By Andrew Mitchell
In the 2002 Olympics at Salt Lake, Beckie Scott became the first Canadian to ever win an Olympic medal in cross-country skiing, earning a bronze in the 5K Sprint. Over the next few months it was revealed that the gold and silver medal winners, Olga Danilova and Larissa Lazutina, tested positive for the same performance enhancing substance, and Scott was eventually presented with the gold medal.
She took some time off racing after that moment, and was not sure she was even going to compete in the 2006 Winter Olympics until she made the decision last winter. If anything, she has emerged from her break even stronger than before
At the World Cup competition at Sovereign Lake outside of Vernon this past weekend Scott dominated in the women’s events. She was on the podium twice in two races, winning silver and gold against an Olympic-calibre field.
In the first race, the women’s 15K Pursuit, Scott took the silver medal in front of thousands of fans.
“I felt so loose and comfortable all week, and I just wanted to perform really well today,” said Scott. “I am so excited, and to do this in front of my friends and family who have come here to watch is perfect.”
Scott held the lead into the final lap, when World Cup leader Marit Bjoergen of Norway overtook her in the dash to the finish line. Scott was second by only three tenths of a second.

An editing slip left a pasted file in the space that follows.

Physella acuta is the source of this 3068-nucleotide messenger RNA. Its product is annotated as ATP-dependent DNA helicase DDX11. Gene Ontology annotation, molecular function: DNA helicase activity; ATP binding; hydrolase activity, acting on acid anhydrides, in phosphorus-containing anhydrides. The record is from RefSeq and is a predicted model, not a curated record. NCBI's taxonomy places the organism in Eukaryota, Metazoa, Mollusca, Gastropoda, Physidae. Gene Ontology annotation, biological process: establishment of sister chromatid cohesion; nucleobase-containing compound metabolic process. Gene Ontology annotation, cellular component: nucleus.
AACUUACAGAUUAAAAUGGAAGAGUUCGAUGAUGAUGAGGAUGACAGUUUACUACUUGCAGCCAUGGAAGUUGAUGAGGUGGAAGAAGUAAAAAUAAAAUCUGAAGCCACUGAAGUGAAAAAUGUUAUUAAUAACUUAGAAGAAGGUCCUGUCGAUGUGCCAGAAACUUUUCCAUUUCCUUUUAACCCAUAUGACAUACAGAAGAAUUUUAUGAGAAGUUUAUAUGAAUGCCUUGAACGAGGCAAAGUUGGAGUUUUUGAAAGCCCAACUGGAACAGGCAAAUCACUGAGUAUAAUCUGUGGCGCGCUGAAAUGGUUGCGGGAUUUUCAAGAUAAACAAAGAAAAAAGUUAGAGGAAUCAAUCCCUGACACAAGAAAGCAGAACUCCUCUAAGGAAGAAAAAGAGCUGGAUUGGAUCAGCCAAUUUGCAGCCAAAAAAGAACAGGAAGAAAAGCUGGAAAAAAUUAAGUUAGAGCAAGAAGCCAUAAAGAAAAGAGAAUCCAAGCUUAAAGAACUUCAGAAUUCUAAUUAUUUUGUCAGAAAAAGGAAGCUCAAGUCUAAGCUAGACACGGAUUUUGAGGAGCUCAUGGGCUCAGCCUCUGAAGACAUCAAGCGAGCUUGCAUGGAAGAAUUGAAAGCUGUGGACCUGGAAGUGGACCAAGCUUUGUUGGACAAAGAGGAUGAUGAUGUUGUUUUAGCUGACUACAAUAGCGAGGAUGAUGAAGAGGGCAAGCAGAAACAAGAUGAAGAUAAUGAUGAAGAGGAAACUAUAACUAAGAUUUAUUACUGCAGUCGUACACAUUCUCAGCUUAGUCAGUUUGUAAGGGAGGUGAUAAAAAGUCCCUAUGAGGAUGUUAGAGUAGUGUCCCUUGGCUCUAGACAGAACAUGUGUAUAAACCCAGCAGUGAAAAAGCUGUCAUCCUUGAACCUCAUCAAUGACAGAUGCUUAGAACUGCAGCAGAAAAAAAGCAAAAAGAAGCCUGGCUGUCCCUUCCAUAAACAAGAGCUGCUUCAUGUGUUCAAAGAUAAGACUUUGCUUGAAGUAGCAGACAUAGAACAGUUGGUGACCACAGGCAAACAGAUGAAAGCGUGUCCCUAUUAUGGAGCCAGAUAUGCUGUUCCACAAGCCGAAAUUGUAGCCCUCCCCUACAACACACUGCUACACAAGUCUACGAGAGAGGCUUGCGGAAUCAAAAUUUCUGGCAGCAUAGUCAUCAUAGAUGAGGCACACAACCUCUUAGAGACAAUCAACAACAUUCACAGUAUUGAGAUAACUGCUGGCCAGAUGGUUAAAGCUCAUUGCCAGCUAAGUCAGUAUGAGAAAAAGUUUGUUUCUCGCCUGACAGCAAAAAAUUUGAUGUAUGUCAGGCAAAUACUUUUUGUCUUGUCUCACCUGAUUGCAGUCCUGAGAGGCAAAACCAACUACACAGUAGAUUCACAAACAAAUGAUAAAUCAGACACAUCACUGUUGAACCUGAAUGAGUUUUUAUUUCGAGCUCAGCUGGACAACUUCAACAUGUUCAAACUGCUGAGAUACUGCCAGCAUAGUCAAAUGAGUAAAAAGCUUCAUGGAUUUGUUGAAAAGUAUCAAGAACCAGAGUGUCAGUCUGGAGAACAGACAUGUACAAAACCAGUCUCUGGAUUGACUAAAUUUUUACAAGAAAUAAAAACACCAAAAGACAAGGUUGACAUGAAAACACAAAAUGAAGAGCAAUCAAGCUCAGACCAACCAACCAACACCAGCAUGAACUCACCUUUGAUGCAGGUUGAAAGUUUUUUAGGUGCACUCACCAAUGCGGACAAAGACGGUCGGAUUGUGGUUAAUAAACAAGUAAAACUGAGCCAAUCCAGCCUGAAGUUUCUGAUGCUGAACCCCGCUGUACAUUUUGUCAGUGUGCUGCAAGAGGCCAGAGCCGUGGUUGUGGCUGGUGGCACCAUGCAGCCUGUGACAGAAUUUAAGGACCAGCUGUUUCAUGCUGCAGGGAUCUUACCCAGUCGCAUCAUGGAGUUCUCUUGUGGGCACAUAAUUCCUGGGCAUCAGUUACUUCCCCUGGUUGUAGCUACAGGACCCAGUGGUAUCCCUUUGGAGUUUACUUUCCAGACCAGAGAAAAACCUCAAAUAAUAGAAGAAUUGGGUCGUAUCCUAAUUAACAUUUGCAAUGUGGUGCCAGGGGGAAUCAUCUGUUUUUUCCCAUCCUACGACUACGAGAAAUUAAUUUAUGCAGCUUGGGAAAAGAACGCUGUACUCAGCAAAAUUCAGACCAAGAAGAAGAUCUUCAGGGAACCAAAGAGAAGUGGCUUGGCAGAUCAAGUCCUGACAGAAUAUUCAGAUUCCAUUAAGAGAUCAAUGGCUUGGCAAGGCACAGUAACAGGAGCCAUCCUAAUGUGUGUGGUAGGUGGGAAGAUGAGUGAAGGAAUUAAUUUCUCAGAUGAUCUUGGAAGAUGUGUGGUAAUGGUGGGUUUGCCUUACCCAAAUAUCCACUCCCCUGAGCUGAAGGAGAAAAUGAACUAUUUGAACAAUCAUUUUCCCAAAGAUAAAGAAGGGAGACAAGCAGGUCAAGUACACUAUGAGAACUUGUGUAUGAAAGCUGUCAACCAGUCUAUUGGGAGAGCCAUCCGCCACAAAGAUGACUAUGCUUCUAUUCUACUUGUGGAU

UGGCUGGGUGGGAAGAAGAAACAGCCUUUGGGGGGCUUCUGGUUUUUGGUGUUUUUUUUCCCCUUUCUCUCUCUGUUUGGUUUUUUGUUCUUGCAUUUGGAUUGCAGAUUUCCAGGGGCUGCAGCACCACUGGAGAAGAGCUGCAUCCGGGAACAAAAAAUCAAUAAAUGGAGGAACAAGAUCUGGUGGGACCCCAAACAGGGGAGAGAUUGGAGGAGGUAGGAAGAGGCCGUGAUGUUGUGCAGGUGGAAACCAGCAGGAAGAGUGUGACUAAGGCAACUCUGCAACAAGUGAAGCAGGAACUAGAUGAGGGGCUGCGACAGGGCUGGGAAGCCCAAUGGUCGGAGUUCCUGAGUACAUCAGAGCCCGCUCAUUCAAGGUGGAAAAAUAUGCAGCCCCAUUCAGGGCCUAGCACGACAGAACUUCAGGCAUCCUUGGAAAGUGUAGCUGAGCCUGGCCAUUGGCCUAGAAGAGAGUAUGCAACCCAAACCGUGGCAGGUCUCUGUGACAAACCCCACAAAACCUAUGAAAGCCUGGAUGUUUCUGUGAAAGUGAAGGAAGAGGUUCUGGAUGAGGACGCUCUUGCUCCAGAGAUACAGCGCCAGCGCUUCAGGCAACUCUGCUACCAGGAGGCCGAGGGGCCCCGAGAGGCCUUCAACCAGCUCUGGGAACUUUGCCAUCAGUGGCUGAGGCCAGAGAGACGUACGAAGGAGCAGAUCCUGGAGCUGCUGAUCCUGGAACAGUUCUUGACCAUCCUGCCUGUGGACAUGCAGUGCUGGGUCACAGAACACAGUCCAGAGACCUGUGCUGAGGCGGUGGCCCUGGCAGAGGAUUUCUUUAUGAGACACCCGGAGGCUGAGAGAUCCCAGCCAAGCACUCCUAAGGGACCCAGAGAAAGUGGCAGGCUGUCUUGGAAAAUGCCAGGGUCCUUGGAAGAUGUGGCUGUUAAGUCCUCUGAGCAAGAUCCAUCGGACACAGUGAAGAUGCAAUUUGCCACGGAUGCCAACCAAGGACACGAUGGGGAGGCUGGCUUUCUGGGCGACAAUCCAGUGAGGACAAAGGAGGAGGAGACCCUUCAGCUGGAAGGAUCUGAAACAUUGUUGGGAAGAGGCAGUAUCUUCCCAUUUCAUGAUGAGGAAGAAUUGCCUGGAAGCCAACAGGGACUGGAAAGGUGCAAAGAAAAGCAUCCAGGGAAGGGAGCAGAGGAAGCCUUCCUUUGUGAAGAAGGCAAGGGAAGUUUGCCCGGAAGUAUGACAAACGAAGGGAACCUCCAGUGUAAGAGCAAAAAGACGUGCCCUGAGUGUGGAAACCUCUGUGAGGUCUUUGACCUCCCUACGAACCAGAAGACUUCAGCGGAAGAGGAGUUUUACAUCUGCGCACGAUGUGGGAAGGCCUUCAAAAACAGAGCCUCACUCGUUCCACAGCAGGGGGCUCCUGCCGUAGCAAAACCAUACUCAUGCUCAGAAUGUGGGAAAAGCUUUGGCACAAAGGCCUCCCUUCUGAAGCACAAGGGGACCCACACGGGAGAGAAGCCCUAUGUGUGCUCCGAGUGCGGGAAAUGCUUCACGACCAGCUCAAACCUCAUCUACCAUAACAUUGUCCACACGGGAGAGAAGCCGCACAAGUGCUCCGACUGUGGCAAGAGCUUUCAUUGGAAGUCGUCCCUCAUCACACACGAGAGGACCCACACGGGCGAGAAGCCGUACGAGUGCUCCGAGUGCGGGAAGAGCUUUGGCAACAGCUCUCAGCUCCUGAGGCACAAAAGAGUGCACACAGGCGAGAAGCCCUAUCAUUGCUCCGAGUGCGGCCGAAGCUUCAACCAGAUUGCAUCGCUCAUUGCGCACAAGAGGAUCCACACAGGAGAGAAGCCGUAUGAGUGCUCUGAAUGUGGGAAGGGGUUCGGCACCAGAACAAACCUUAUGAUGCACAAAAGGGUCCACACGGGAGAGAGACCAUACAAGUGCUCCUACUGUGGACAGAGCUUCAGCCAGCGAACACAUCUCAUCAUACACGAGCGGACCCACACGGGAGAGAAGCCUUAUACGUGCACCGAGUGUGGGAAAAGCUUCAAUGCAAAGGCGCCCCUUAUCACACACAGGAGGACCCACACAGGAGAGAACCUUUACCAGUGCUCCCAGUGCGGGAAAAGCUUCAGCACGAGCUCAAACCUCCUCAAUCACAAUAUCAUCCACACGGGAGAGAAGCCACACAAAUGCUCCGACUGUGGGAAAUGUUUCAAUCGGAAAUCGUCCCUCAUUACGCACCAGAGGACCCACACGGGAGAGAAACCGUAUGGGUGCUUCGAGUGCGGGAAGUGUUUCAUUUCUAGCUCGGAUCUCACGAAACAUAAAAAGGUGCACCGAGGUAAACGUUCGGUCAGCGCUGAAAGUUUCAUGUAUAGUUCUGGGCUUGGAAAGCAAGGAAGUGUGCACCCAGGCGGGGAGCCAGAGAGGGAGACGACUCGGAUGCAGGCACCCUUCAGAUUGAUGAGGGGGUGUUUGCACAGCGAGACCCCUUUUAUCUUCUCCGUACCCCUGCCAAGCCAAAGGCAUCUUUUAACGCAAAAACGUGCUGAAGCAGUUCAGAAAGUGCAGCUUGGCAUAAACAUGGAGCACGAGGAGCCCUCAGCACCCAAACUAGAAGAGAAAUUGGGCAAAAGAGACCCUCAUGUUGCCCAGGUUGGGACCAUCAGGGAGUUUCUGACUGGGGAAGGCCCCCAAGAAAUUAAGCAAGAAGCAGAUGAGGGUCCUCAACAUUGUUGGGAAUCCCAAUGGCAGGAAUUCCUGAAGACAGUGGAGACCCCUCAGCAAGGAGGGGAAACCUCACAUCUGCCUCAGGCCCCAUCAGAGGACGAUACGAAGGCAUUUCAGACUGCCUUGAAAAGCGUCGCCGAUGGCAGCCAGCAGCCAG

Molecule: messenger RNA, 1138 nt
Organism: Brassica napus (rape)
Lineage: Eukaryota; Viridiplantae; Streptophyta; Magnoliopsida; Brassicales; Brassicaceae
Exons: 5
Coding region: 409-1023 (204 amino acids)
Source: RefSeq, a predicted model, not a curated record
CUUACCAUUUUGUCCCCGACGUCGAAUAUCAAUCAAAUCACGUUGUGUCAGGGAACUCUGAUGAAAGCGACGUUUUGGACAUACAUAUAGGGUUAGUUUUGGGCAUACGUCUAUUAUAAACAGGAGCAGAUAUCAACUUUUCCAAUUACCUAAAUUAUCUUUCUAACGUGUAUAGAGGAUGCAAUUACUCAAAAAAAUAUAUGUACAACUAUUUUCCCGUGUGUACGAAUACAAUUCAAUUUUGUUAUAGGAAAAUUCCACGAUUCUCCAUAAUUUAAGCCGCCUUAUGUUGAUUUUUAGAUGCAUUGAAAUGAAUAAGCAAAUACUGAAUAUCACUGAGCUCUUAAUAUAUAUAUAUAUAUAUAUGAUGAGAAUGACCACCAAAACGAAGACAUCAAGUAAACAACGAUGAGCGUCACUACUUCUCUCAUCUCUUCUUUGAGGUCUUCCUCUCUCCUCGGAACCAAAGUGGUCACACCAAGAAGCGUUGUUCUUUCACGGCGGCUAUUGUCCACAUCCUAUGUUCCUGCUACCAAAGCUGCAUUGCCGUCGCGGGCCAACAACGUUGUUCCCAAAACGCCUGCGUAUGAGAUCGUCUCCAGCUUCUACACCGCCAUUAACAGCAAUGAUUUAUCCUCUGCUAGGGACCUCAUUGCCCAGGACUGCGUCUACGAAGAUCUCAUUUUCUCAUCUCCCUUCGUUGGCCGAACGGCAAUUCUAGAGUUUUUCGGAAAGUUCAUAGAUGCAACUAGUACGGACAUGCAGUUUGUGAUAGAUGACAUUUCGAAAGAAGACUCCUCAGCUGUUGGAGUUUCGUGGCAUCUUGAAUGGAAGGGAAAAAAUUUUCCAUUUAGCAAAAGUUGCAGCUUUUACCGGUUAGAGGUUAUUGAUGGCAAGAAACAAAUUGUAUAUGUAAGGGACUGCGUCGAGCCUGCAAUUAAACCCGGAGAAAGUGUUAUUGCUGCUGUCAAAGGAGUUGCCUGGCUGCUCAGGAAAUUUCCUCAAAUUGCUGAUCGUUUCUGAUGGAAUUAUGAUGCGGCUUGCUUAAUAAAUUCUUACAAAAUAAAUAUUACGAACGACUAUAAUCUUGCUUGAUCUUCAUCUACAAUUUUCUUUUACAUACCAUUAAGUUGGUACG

Hilde Pederson of Norway was third, more than two seconds back of Scott.
Sara Renner, Scott’s training partner in Canmore, also had a good day, finishing in 12 th place out of almost 60 racers.
The men also did well as Russian immigrant Ivan Babikov of Canmore finished 14 th in his first World Cup race, the 30K Pursuit.
The podium went to three German skiers, with Tobias Angerer first, Axel Teichmann second and Andreas Schluetter third.
On the following day Scott earned her first ever World Cup gold medal in the 1.3K Sprint. Renner also earned her first World Cup medal, claiming the bronze medal behind Claudia Kuenzel of Germany, while Chandra Crawford of Canmore claimed her first World Cup top-10 result, finishing 10 th . Cross Country Canada called it Canada’s best day ever in cross-country skiing.
“I am feeling the strongest I ever have in my career, and I have trained so hard throughout the summer preparing for these races,” said Scott. “I was just curious to see where I stood against some international competition.”
Renner joked that her whole strategy was to stay close to Scott.
The men didn’t have as much to boast about, but three Canadians did qualify for the finals, Phil Widmer of Banff, Sean Crooks of Thunder Bay and Drew Goldsack of Red Deer finished 25 th , 26 th and 28 th respectively.
This was the first time in over a decade that a World Cup cross-country event has been held in Canada. Scott and Renner have been lobbying for home events for more than three years, and finally got more than their wish — after the Sovereign Lake competition, there is another World Cup this weekend in Canmore.